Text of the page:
Zero Turn Mower Characteristics

When selecting a zero turn mower, the size and weight of the machine should factor into your decision. In general, the larger the mower, the more horsepower it will have, as well as a larger fuel tank. It’s also common for a cheaper and entry-level zero turn mower to be much smaller than a commercial one. The weight of the mower oftentimes depends on how large the engine is.

As for the engine size, the bigger the engine, the better it tends to be. Brands such as Kohler, Kawasaki and Honda make some of the largest engines in the industry, which leads to more maneuverability and higher speeds.

Cutting width is easily one of the most important characteristics of a zero turn mower. The term applies to how large the general cutting area on the mower is. When looking at mowers, the higher the cutting width, the better quality the machine will be, as it will help to cut down on time spent mowing.

When using a zero turn mower, you can manage the excess grass clippings in 3 different ways, which includes bag, mulching and side discharge. With the bag option, zero turn mowers often have the ability to use a bagging accessory, allowing the grass clippings to be collected automatically. Turning these clippings into mulch can be done with another popular accessory, as it pushes the clippings downward and re-fertilizes your lawn. Side discharge is the most common, which spreads the clippings out sideways onto your lawn as your mowing. Each option can be useful, all that matters is which one you would prefer.

When atop your new zero turn mower, you want to feel completely safe and exceedingly comfortable. Many zero turn mowers include padded and vinyl seats, to keep riders comfortable and secure while operating the machine. As a zero turn mower is typically driven by utilizing the two-lever system, when looking for the best zero turn mower available, you will want one that has foam-padded levers.

Garden Tractor Brands

When ascertaining what the best zero turn mower is, it’s necessary to be aware about all of the top brands, which will allow you to be assured that the decision you made was the right one.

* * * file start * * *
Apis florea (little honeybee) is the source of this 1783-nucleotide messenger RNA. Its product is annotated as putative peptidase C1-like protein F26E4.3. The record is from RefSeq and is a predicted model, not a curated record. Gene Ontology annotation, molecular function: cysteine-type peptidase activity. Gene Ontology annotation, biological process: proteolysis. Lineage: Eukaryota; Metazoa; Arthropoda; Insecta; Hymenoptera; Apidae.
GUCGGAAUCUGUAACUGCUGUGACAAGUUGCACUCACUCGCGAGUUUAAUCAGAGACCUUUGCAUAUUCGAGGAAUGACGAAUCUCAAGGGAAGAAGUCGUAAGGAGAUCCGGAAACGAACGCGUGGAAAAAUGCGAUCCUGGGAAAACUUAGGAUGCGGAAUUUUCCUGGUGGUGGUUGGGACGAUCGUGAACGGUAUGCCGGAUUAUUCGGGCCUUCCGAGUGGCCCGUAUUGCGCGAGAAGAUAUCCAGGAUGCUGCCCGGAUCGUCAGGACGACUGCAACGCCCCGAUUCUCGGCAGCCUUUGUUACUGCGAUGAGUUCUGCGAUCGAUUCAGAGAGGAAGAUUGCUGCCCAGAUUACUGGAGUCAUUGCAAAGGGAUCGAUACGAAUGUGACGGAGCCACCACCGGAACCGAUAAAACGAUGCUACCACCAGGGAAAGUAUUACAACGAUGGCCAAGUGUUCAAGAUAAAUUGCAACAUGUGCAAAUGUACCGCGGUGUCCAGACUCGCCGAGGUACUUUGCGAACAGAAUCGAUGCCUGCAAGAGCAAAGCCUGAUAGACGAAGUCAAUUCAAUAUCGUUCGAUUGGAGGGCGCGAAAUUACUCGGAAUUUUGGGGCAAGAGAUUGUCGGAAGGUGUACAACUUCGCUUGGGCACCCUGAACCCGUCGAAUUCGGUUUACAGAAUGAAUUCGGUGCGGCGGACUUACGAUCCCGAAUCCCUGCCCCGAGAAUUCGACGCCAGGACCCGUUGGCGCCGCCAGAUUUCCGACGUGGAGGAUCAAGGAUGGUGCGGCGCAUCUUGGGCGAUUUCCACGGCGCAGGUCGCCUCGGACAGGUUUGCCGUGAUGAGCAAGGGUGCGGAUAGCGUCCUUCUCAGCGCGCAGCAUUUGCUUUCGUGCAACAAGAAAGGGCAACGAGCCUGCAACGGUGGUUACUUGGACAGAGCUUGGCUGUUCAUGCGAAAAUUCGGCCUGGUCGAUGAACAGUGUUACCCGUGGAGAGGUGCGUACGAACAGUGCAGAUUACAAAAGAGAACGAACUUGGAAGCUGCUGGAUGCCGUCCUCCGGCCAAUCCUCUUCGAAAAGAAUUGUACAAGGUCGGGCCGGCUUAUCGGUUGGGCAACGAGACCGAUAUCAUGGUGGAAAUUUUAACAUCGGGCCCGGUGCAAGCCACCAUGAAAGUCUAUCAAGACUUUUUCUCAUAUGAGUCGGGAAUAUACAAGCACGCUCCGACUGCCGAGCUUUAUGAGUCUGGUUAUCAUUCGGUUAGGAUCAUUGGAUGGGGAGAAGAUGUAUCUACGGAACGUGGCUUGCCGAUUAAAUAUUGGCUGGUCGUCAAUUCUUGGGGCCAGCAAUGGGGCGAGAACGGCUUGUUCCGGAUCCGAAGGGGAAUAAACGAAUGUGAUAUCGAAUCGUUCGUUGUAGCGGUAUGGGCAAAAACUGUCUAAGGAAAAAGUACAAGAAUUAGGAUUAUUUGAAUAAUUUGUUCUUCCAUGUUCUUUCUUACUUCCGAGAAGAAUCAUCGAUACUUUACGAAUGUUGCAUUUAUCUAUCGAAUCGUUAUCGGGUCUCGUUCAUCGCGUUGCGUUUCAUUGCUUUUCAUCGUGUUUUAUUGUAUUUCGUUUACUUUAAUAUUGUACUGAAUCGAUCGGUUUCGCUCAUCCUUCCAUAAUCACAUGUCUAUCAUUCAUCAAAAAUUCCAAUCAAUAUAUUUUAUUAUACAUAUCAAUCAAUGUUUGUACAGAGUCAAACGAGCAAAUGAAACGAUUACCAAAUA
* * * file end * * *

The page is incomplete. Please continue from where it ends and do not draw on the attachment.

HusqvarnaToroCub CadetSnapperAriensSwisherJohn DeereKubotaHusqvarna Zero Turn Mowers

When you’re looking for the best zero turn mower, the RZ4621 by Husqvarna is the one you should choose above all others. In comparison to other brands such as Cub Cadet and Kubota, Husqvarna offers only the highest zero turn mowers available.

  • 46-inch cutting deck
  • Optional mulch and collection capability
  • Relatively affordable
  • Dual Hydro-Gear EZT drive system

Toro offers four models that fall under two types, known as the Timecutter and Titan.

  • Cuts down mowing time significantly
  • can be difficult to use
  • may need to replace deck drive pulleys

Cub Cadet

Cub Cadet is home to 3 unique series of zero turn mowers, known as RZT, Z-Force and Tank series.

  • Their zero turn mowers are perfect for both small and large yards.
  • Use both steering wheel and dual lever driving mechanisms
  • can be quite costly


Snapper offers customers the ability to choose from 5 series of zero turn mowers, the 200Z, 285Z, 300Z, 400Z and 550Z models.

  • Cuts down significantly on mowing times
  • Often requires far too much maintenance


Ariens has a selection of 3 types of zero turn mowers, the Zoom, Zoom XL and Max Zoom.

  • Works well on small lawns
  • Control levers are not adjustable


Swisher offers customers 8 different types of zero turn mowers.

  • Delivers a comfortable ride
  • Requires heavy and advanced maintenance
  • belts can break semi-regularly

John Deere

John Deere provides customers with the ability to choose from 3 different series, known as the Z200, Z400 and Z600 series.

  • Mowers are durable and fun to drive
  • Can be costly, though it is possible to find many of these zero turn mowers for sale


Kubota specializes in four types of zero turn mowers, the Z100, Z200, Z300 and Z700.

  • The mower decks and seats are high quality
  • Many models are larger than other branded counterparts, such as the Husqvarna RZ6421
  • Aren’t as maneuverable as they should be